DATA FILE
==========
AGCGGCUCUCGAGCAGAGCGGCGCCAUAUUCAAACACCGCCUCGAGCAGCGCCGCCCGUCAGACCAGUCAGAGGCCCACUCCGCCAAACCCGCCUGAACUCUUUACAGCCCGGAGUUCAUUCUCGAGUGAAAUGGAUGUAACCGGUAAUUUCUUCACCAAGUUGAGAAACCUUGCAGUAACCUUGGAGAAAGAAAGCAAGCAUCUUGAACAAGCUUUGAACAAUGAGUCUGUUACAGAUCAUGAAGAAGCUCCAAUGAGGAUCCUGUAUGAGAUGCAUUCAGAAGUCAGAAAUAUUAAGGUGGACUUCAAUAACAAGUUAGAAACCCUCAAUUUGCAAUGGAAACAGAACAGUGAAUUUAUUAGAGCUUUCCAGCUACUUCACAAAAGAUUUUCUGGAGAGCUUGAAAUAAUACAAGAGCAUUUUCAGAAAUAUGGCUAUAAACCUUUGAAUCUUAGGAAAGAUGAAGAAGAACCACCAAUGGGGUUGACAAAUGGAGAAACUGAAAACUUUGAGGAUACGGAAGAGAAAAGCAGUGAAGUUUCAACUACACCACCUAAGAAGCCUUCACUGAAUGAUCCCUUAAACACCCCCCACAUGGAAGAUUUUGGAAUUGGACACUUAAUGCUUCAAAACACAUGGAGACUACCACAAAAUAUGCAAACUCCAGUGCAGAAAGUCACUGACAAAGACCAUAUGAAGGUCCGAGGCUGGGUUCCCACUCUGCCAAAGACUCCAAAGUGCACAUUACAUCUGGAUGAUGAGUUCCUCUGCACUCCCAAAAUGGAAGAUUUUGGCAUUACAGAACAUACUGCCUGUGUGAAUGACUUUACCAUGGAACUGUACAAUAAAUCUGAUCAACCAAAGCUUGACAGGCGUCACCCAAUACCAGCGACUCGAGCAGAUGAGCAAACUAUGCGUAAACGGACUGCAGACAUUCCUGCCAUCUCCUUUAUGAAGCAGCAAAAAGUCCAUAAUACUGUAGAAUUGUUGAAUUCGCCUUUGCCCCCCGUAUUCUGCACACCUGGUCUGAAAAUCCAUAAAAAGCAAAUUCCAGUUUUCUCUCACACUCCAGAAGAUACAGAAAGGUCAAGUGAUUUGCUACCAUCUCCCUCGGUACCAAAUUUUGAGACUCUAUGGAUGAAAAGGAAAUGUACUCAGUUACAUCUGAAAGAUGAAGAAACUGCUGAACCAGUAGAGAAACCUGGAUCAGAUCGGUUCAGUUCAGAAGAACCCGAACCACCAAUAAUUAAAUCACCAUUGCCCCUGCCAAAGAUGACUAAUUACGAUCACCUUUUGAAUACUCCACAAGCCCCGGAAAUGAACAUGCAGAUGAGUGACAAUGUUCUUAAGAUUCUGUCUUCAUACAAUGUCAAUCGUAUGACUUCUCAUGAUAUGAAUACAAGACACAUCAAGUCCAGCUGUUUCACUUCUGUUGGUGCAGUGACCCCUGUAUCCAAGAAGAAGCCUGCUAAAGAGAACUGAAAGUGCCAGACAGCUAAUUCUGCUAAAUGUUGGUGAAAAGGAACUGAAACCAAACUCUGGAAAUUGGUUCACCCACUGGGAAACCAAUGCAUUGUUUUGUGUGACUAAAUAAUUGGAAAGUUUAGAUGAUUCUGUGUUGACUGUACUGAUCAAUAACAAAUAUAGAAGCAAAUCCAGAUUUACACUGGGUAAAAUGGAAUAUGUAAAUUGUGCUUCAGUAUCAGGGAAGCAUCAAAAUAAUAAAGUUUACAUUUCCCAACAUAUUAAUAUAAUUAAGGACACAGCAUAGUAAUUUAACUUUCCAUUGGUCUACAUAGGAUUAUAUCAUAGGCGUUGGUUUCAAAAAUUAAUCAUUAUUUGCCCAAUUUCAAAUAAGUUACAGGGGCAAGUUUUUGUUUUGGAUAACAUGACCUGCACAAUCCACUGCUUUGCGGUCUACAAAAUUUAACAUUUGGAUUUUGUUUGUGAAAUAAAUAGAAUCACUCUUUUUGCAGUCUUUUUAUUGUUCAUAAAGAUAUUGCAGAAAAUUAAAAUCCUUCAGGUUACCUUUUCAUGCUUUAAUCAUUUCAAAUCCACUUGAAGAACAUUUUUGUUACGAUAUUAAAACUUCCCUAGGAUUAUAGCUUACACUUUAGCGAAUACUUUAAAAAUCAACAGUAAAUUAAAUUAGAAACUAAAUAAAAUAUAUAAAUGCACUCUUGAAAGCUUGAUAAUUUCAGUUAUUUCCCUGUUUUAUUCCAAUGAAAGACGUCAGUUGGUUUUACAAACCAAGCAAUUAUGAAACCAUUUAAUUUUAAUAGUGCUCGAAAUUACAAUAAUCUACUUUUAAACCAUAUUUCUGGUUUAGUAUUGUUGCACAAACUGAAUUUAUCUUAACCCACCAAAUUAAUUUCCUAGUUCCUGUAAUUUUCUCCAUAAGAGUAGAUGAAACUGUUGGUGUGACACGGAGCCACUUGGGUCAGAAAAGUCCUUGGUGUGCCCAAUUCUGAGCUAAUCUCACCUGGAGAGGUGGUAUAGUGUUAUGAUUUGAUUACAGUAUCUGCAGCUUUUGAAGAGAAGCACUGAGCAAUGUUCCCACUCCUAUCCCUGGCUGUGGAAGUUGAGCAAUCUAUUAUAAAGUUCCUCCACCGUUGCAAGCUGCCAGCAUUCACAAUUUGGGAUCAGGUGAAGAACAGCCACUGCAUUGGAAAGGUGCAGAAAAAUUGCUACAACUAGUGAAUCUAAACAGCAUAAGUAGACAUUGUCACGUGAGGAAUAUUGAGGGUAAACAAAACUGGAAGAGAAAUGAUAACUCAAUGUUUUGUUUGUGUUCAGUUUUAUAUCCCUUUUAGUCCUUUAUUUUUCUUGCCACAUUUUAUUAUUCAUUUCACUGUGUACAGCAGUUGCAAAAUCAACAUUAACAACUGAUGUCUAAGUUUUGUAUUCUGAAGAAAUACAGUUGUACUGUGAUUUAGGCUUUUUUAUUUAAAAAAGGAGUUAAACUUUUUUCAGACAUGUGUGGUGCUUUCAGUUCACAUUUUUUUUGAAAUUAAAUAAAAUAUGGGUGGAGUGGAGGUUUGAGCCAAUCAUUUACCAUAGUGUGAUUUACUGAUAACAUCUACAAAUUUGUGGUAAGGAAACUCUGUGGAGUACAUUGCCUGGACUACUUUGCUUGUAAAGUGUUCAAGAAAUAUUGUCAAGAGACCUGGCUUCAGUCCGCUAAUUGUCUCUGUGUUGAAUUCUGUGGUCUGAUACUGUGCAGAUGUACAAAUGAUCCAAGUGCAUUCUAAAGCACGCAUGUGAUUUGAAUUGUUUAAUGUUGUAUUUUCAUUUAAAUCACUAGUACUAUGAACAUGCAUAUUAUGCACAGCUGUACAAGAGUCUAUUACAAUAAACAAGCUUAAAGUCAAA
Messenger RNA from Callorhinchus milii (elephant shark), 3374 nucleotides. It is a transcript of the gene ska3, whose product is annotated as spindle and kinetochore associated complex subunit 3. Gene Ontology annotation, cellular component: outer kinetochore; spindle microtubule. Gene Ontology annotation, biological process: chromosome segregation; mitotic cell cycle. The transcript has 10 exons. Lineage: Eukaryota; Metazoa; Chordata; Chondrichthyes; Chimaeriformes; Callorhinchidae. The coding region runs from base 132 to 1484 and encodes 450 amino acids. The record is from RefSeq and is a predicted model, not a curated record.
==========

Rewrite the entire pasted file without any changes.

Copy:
AGCGGCUCUCGAGCAGAGCGGCGCCAUAUUCAAACACCGCCUCGAGCAGCGCCGCCCGUCAGACCAGUCAGAGGCCCACUCCGCCAAACCCGCCUGAACUCUUUACAGCCCGGAGUUCAUUCUCGAGUGAAAUGGAUGUAACCGGUAAUUUCUUCACCAAGUUGAGAAACCUUGCAGUAACCUUGGAGAAAGAAAGCAAGCAUCUUGAACAAGCUUUGAACAAUGAGUCUGUUACAGAUCAUGAAGAAGCUCCAAUGAGGAUCCUGUAUGAGAUGCAUUCAGAAGUCAGAAAUAUUAAGGUGGACUUCAAUAACAAGUUAGAAACCCUCAAUUUGCAAUGGAAACAGAACAGUGAAUUUAUUAGAGCUUUCCAGCUACUUCACAAAAGAUUUUCUGGAGAGCUUGAAAUAAUACAAGAGCAUUUUCAGAAAUAUGGCUAUAAACCUUUGAAUCUUAGGAAAGAUGAAGAAGAACCACCAAUGGGGUUGACAAAUGGAGAAACUGAAAACUUUGAGGAUACGGAAGAGAAAAGCAGUGAAGUUUCAACUACACCACCUAAGAAGCCUUCACUGAAUGAUCCCUUAAACACCCCCCACAUGGAAGAUUUUGGAAUUGGACACUUAAUGCUUCAAAACACAUGGAGACUACCACAAAAUAUGCAAACUCCAGUGCAGAAAGUCACUGACAAAGACCAUAUGAAGGUCCGAGGCUGGGUUCCCACUCUGCCAAAGACUCCAAAGUGCACAUUACAUCUGGAUGAUGAGUUCCUCUGCACUCCCAAAAUGGAAGAUUUUGGCAUUACAGAACAUACUGCCUGUGUGAAUGACUUUACCAUGGAACUGUACAAUAAAUCUGAUCAACCAAAGCUUGACAGGCGUCACCCAAUACCAGCGACUCGAGCAGAUGAGCAAACUAUGCGUAAACGGACUGCAGACAUUCCUGCCAUCUCCUUUAUGAAGCAGCAAAAAGUCCAUAAUACUGUAGAAUUGUUGAAUUCGCCUUUGCCCCCCGUAUUCUGCACACCUGGUCUGAAAAUCCAUAAAAAGCAAAUUCCAGUUUUCUCUCACACUCCAGAAGAUACAGAAAGGUCAAGUGAUUUGCUACCAUCUCCCUCGGUACCAAAUUUUGAGACUCUAUGGAUGAAAAGGAAAUGUACUCAGUUACAUCUGAAAGAUGAAGAAACUGCUGAACCAGUAGAGAAACCUGGAUCAGAUCGGUUCAGUUCAGAAGAACCCGAACCACCAAUAAUUAAAUCACCAUUGCCCCUGCCAAAGAUGACUAAUUACGAUCACCUUUUGAAUACUCCACAAGCCCCGGAAAUGAACAUGCAGAUGAGUGACAAUGUUCUUAAGAUUCUGUCUUCAUACAAUGUCAAUCGUAUGACUUCUCAUGAUAUGAAUACAAGACACAUCAAGUCCAGCUGUUUCACUUCUGUUGGUGCAGUGACCCCUGUAUCCAAGAAGAAGCCUGCUAAAGAGAACUGAAAGUGCCAGACAGCUAAUUCUGCUAAAUGUUGGUGAAAAGGAACUGAAACCAAACUCUGGAAAUUGGUUCACCCACUGGGAAACCAAUGCAUUGUUUUGUGUGACUAAAUAAUUGGAAAGUUUAGAUGAUUCUGUGUUGACUGUACUGAUCAAUAACAAAUAUAGAAGCAAAUCCAGAUUUACACUGGGUAAAAUGGAAUAUGUAAAUUGUGCUUCAGUAUCAGGGAAGCAUCAAAAUAAUAAAGUUUACAUUUCCCAACAUAUUAAUAUAAUUAAGGACACAGCAUAGUAAUUUAACUUUCCAUUGGUCUACAUAGGAUUAUAUCAUAGGCGUUGGUUUCAAAAAUUAAUCAUUAUUUGCCCAAUUUCAAAUAAGUUACAGGGGCAAGUUUUUGUUUUGGAUAACAUGACCUGCACAAUCCACUGCUUUGCGGUCUACAAAAUUUAACAUUUGGAUUUUGUUUGUGAAAUAAAUAGAAUCACUCUUUUUGCAGUCUUUUUAUUGUUCAUAAAGAUAUUGCAGAAAAUUAAAAUCCUUCAGGUUACCUUUUCAUGCUUUAAUCAUUUCAAAUCCACUUGAAGAACAUUUUUGUUACGAUAUUAAAACUUCCCUAGGAUUAUAGCUUACACUUUAGCGAAUACUUUAAAAAUCAACAGUAAAUUAAAUUAGAAACUAAAUAAAAUAUAUAAAUGCACUCUUGAAAGCUUGAUAAUUUCAGUUAUUUCCCUGUUUUAUUCCAAUGAAAGACGUCAGUUGGUUUUACAAACCAAGCAAUUAUGAAACCAUUUAAUUUUAAUAGUGCUCGAAAUUACAAUAAUCUACUUUUAAACCAUAUUUCUGGUUUAGUAUUGUUGCACAAACUGAAUUUAUCUUAACCCACCAAAUUAAUUUCCUAGUUCCUGUAAUUUUCUCCAUAAGAGUAGAUGAAACUGUUGGUGUGACACGGAGCCACUUGGGUCAGAAAAGUCCUUGGUGUGCCCAAUUCUGAGCUAAUCUCACCUGGAGAGGUGGUAUAGUGUUAUGAUUUGAUUACAGUAUCUGCAGCUUUUGAAGAGAAGCACUGAGCAAUGUUCCCACUCCUAUCCCUGGCUGUGGAAGUUGAGCAAUCUAUUAUAAAGUUCCUCCACCGUUGCAAGCUGCCAGCAUUCACAAUUUGGGAUCAGGUGAAGAACAGCCACUGCAUUGGAAAGGUGCAGAAAAAUUGCUACAACUAGUGAAUCUAAACAGCAUAAGUAGACAUUGUCACGUGAGGAAUAUUGAGGGUAAACAAAACUGGAAGAGAAAUGAUAACUCAAUGUUUUGUUUGUGUUCAGUUUUAUAUCCCUUUUAGUCCUUUAUUUUUCUUGCCACAUUUUAUUAUUCAUUUCACUGUGUACAGCAGUUGCAAAAUCAACAUUAACAACUGAUGUCUAAGUUUUGUAUUCUGAAGAAAUACAGUUGUACUGUGAUUUAGGCUUUUUUAUUUAAAAAAGGAGUUAAACUUUUUUCAGACAUGUGUGGUGCUUUCAGUUCACAUUUUUUUUGAAAUUAAAUAAAAUAUGGGUGGAGUGGAGGUUUGAGCCAAUCAUUUACCAUAGUGUGAUUUACUGAUAACAUCUACAAAUUUGUGGUAAGGAAACUCUGUGGAGUACAUUGCCUGGACUACUUUGCUUGUAAAGUGUUCAAGAAAUAUUGUCAAGAGACCUGGCUUCAGUCCGCUAAUUGUCUCUGUGUUGAAUUCUGUGGUCUGAUACUGUGCAGAUGUACAAAUGAUCCAAGUGCAUUCUAAAGCACGCAUGUGAUUUGAAUUGUUUAAUGUUGUAUUUUCAUUUAAAUCACUAGUACUAUGAACAUGCAUAUUAUGCACAGCUGUACAAGAGUCUAUUACAAUAAACAAGCUUAAAGUCAAA
Messenger RNA from Callorhinchus milii (elephant shark), 3374 nucleotides. It is a transcript of the gene ska3, whose product is annotated as spindle and kinetochore associated complex subunit 3. Gene Ontology annotation, cellular component: outer kinetochore; spindle microtubule. Gene Ontology annotation, biological process: chromosome segregation; mitotic cell cycle. The transcript has 10 exons. Lineage: Eukaryota; Metazoa; Chordata; Chondrichthyes; Chimaeriformes; Callorhinchidae. The coding region runs from base 132 to 1484 and encodes 450 amino acids. The record is from RefSeq and is a predicted model, not a curated record.